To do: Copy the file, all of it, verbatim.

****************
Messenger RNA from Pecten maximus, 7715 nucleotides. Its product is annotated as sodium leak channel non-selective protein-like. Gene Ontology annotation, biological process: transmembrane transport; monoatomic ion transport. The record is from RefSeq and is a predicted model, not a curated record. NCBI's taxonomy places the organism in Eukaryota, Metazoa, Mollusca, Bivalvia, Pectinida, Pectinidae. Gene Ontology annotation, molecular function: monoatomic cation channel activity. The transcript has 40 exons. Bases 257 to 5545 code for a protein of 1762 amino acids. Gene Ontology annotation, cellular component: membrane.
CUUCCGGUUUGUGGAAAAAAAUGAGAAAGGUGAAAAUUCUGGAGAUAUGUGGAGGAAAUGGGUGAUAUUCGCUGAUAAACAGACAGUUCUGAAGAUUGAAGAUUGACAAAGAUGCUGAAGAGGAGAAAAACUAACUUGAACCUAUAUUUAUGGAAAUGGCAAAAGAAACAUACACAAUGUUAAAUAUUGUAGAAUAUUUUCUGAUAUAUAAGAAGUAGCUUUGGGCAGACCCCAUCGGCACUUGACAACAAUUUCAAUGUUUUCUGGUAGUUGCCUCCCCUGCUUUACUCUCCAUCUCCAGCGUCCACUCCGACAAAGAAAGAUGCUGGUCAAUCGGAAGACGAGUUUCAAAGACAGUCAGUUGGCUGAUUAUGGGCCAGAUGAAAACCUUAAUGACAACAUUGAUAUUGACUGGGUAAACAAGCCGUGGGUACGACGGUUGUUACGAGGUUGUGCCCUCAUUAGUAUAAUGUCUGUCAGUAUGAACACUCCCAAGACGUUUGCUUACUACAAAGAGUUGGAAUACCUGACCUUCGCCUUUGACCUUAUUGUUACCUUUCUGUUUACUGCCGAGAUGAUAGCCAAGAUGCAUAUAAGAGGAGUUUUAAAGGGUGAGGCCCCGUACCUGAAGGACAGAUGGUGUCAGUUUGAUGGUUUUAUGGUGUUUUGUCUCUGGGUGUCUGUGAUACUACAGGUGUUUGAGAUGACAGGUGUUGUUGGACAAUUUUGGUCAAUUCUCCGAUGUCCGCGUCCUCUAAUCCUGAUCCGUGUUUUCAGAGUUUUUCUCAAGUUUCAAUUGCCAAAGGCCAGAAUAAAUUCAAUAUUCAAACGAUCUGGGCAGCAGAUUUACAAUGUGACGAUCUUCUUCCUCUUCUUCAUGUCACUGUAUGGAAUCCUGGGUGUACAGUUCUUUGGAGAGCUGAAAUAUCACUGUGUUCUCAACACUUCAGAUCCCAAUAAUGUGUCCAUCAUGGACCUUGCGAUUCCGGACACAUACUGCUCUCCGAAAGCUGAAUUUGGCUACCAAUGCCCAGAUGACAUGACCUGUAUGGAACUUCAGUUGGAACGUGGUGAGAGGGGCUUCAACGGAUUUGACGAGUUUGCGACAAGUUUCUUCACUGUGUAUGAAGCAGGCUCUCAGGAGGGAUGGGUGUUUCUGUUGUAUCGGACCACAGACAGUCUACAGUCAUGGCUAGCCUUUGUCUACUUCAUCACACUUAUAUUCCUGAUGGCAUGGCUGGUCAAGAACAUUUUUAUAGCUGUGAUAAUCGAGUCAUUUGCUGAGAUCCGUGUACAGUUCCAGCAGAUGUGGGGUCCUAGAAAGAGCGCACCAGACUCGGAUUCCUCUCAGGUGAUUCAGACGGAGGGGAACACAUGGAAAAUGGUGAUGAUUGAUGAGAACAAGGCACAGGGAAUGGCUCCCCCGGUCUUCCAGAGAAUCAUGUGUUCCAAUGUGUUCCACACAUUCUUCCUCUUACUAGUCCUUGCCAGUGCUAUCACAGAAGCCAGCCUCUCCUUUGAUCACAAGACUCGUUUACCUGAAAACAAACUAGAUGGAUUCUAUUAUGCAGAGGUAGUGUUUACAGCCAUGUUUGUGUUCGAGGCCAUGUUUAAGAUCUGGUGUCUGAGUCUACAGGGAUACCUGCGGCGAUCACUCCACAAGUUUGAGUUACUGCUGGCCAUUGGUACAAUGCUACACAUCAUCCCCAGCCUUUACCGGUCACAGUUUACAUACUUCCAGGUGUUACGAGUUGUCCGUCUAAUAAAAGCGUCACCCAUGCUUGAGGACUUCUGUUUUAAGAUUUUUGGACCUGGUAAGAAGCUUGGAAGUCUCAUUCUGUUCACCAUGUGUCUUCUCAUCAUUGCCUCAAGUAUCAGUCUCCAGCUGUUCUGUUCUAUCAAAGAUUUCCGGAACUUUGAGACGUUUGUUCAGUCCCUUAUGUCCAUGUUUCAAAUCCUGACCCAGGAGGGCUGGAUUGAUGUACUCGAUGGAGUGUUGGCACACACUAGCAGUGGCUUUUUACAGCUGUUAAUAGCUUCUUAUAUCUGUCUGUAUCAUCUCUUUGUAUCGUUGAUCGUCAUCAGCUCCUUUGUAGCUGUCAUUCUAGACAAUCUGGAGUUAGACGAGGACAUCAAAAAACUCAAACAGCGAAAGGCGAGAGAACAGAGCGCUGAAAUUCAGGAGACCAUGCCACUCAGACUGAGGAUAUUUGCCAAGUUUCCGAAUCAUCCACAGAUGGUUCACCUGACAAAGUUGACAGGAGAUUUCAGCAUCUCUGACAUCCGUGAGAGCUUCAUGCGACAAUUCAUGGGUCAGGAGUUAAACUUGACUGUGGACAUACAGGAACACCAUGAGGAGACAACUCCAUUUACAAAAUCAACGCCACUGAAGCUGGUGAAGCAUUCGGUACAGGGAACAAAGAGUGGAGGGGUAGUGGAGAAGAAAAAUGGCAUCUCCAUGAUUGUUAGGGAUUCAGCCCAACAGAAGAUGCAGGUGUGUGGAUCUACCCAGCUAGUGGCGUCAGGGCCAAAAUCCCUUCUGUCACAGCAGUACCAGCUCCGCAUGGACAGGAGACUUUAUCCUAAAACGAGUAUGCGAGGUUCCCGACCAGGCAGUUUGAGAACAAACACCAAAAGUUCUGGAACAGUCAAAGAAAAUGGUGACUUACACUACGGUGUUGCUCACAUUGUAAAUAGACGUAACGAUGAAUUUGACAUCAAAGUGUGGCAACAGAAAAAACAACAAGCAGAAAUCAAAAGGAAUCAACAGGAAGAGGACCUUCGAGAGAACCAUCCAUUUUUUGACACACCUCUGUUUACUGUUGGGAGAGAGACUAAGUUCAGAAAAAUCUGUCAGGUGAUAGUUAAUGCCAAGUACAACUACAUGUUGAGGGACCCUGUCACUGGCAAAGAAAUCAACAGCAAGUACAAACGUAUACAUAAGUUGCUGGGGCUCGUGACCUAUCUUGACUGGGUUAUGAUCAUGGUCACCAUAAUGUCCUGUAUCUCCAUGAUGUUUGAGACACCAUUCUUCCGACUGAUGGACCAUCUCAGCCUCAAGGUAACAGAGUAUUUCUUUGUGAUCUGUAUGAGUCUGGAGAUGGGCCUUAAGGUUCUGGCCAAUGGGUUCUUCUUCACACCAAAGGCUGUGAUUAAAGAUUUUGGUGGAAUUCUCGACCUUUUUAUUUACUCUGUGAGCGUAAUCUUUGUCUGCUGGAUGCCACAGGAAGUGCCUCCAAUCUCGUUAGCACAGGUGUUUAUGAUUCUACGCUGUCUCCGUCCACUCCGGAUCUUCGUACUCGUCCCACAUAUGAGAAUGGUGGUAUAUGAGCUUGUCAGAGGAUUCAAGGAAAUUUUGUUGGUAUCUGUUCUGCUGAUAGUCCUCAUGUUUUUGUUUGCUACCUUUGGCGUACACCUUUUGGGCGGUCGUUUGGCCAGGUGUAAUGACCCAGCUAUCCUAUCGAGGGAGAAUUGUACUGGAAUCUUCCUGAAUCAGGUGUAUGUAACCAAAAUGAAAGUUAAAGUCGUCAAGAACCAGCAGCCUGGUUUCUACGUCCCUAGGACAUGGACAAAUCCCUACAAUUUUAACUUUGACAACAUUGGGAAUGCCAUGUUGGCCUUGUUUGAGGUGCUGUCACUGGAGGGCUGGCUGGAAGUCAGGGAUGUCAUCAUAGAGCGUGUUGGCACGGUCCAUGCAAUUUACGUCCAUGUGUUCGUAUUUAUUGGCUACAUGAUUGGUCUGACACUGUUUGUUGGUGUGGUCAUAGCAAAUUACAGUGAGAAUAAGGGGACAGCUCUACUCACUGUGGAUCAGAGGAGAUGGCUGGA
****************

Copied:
Messenger RNA from Pecten maximus, 7715 nucleotides. Its product is annotated as sodium leak channel non-selective protein-like. Gene Ontology annotation, biological process: transmembrane transport; monoatomic ion transport. The record is from RefSeq and is a predicted model, not a curated record. NCBI's taxonomy places the organism in Eukaryota, Metazoa, Mollusca, Bivalvia, Pectinida, Pectinidae. Gene Ontology annotation, molecular function: monoatomic cation channel activity. The transcript has 40 exons. Bases 257 to 5545 code for a protein of 1762 amino acids. Gene Ontology annotation, cellular component: membrane.
CUUCCGGUUUGUGGAAAAAAAUGAGAAAGGUGAAAAUUCUGGAGAUAUGUGGAGGAAAUGGGUGAUAUUCGCUGAUAAACAGACAGUUCUGAAGAUUGAAGAUUGACAAAGAUGCUGAAGAGGAGAAAAACUAACUUGAACCUAUAUUUAUGGAAAUGGCAAAAGAAACAUACACAAUGUUAAAUAUUGUAGAAUAUUUUCUGAUAUAUAAGAAGUAGCUUUGGGCAGACCCCAUCGGCACUUGACAACAAUUUCAAUGUUUUCUGGUAGUUGCCUCCCCUGCUUUACUCUCCAUCUCCAGCGUCCACUCCGACAAAGAAAGAUGCUGGUCAAUCGGAAGACGAGUUUCAAAGACAGUCAGUUGGCUGAUUAUGGGCCAGAUGAAAACCUUAAUGACAACAUUGAUAUUGACUGGGUAAACAAGCCGUGGGUACGACGGUUGUUACGAGGUUGUGCCCUCAUUAGUAUAAUGUCUGUCAGUAUGAACACUCCCAAGACGUUUGCUUACUACAAAGAGUUGGAAUACCUGACCUUCGCCUUUGACCUUAUUGUUACCUUUCUGUUUACUGCCGAGAUGAUAGCCAAGAUGCAUAUAAGAGGAGUUUUAAAGGGUGAGGCCCCGUACCUGAAGGACAGAUGGUGUCAGUUUGAUGGUUUUAUGGUGUUUUGUCUCUGGGUGUCUGUGAUACUACAGGUGUUUGAGAUGACAGGUGUUGUUGGACAAUUUUGGUCAAUUCUCCGAUGUCCGCGUCCUCUAAUCCUGAUCCGUGUUUUCAGAGUUUUUCUCAAGUUUCAAUUGCCAAAGGCCAGAAUAAAUUCAAUAUUCAAACGAUCUGGGCAGCAGAUUUACAAUGUGACGAUCUUCUUCCUCUUCUUCAUGUCACUGUAUGGAAUCCUGGGUGUACAGUUCUUUGGAGAGCUGAAAUAUCACUGUGUUCUCAACACUUCAGAUCCCAAUAAUGUGUCCAUCAUGGACCUUGCGAUUCCGGACACAUACUGCUCUCCGAAAGCUGAAUUUGGCUACCAAUGCCCAGAUGACAUGACCUGUAUGGAACUUCAGUUGGAACGUGGUGAGAGGGGCUUCAACGGAUUUGACGAGUUUGCGACAAGUUUCUUCACUGUGUAUGAAGCAGGCUCUCAGGAGGGAUGGGUGUUUCUGUUGUAUCGGACCACAGACAGUCUACAGUCAUGGCUAGCCUUUGUCUACUUCAUCACACUUAUAUUCCUGAUGGCAUGGCUGGUCAAGAACAUUUUUAUAGCUGUGAUAAUCGAGUCAUUUGCUGAGAUCCGUGUACAGUUCCAGCAGAUGUGGGGUCCUAGAAAGAGCGCACCAGACUCGGAUUCCUCUCAGGUGAUUCAGACGGAGGGGAACACAUGGAAAAUGGUGAUGAUUGAUGAGAACAAGGCACAGGGAAUGGCUCCCCCGGUCUUCCAGAGAAUCAUGUGUUCCAAUGUGUUCCACACAUUCUUCCUCUUACUAGUCCUUGCCAGUGCUAUCACAGAAGCCAGCCUCUCCUUUGAUCACAAGACUCGUUUACCUGAAAACAAACUAGAUGGAUUCUAUUAUGCAGAGGUAGUGUUUACAGCCAUGUUUGUGUUCGAGGCCAUGUUUAAGAUCUGGUGUCUGAGUCUACAGGGAUACCUGCGGCGAUCACUCCACAAGUUUGAGUUACUGCUGGCCAUUGGUACAAUGCUACACAUCAUCCCCAGCCUUUACCGGUCACAGUUUACAUACUUCCAGGUGUUACGAGUUGUCCGUCUAAUAAAAGCGUCACCCAUGCUUGAGGACUUCUGUUUUAAGAUUUUUGGACCUGGUAAGAAGCUUGGAAGUCUCAUUCUGUUCACCAUGUGUCUUCUCAUCAUUGCCUCAAGUAUCAGUCUCCAGCUGUUCUGUUCUAUCAAAGAUUUCCGGAACUUUGAGACGUUUGUUCAGUCCCUUAUGUCCAUGUUUCAAAUCCUGACCCAGGAGGGCUGGAUUGAUGUACUCGAUGGAGUGUUGGCACACACUAGCAGUGGCUUUUUACAGCUGUUAAUAGCUUCUUAUAUCUGUCUGUAUCAUCUCUUUGUAUCGUUGAUCGUCAUCAGCUCCUUUGUAGCUGUCAUUCUAGACAAUCUGGAGUUAGACGAGGACAUCAAAAAACUCAAACAGCGAAAGGCGAGAGAACAGAGCGCUGAAAUUCAGGAGACCAUGCCACUCAGACUGAGGAUAUUUGCCAAGUUUCCGAAUCAUCCACAGAUGGUUCACCUGACAAAGUUGACAGGAGAUUUCAGCAUCUCUGACAUCCGUGAGAGCUUCAUGCGACAAUUCAUGGGUCAGGAGUUAAACUUGACUGUGGACAUACAGGAACACCAUGAGGAGACAACUCCAUUUACAAAAUCAACGCCACUGAAGCUGGUGAAGCAUUCGGUACAGGGAACAAAGAGUGGAGGGGUAGUGGAGAAGAAAAAUGGCAUCUCCAUGAUUGUUAGGGAUUCAGCCCAACAGAAGAUGCAGGUGUGUGGAUCUACCCAGCUAGUGGCGUCAGGGCCAAAAUCCCUUCUGUCACAGCAGUACCAGCUCCGCAUGGACAGGAGACUUUAUCCUAAAACGAGUAUGCGAGGUUCCCGACCAGGCAGUUUGAGAACAAACACCAAAAGUUCUGGAACAGUCAAAGAAAAUGGUGACUUACACUACGGUGUUGCUCACAUUGUAAAUAGACGUAACGAUGAAUUUGACAUCAAAGUGUGGCAACAGAAAAAACAACAAGCAGAAAUCAAAAGGAAUCAACAGGAAGAGGACCUUCGAGAGAACCAUCCAUUUUUUGACACACCUCUGUUUACUGUUGGGAGAGAGACUAAGUUCAGAAAAAUCUGUCAGGUGAUAGUUAAUGCCAAGUACAACUACAUGUUGAGGGACCCUGUCACUGGCAAAGAAAUCAACAGCAAGUACAAACGUAUACAUAAGUUGCUGGGGCUCGUGACCUAUCUUGACUGGGUUAUGAUCAUGGUCACCAUAAUGUCCUGUAUCUCCAUGAUGUUUGAGACACCAUUCUUCCGACUGAUGGACCAUCUCAGCCUCAAGGUAACAGAGUAUUUCUUUGUGAUCUGUAUGAGUCUGGAGAUGGGCCUUAAGGUUCUGGCCAAUGGGUUCUUCUUCACACCAAAGGCUGUGAUUAAAGAUUUUGGUGGAAUUCUCGACCUUUUUAUUUACUCUGUGAGCGUAAUCUUUGUCUGCUGGAUGCCACAGGAAGUGCCUCCAAUCUCGUUAGCACAGGUGUUUAUGAUUCUACGCUGUCUCCGUCCACUCCGGAUCUUCGUACUCGUCCCACAUAUGAGAAUGGUGGUAUAUGAGCUUGUCAGAGGAUUCAAGGAAAUUUUGUUGGUAUCUGUUCUGCUGAUAGUCCUCAUGUUUUUGUUUGCUACCUUUGGCGUACACCUUUUGGGCGGUCGUUUGGCCAGGUGUAAUGACCCAGCUAUCCUAUCGAGGGAGAAUUGUACUGGAAUCUUCCUGAAUCAGGUGUAUGUAACCAAAAUGAAAGUUAAAGUCGUCAAGAACCAGCAGCCUGGUUUCUACGUCCCUAGGACAUGGACAAAUCCCUACAAUUUUAACUUUGACAACAUUGGGAAUGCCAUGUUGGCCUUGUUUGAGGUGCUGUCACUGGAGGGCUGGCUGGAAGUCAGGGAUGUCAUCAUAGAGCGUGUUGGCACGGUCCAUGCAAUUUACGUCCAUGUGUUCGUAUUUAUUGGCUACAUGAUUGGUCUGACACUGUUUGUUGGUGUGGUCAUAGCAAAUUACAGUGAGAAUAAGGGGACAGCUCUACUCACUGUGGAUCAGAGGAGAUGGCUGGA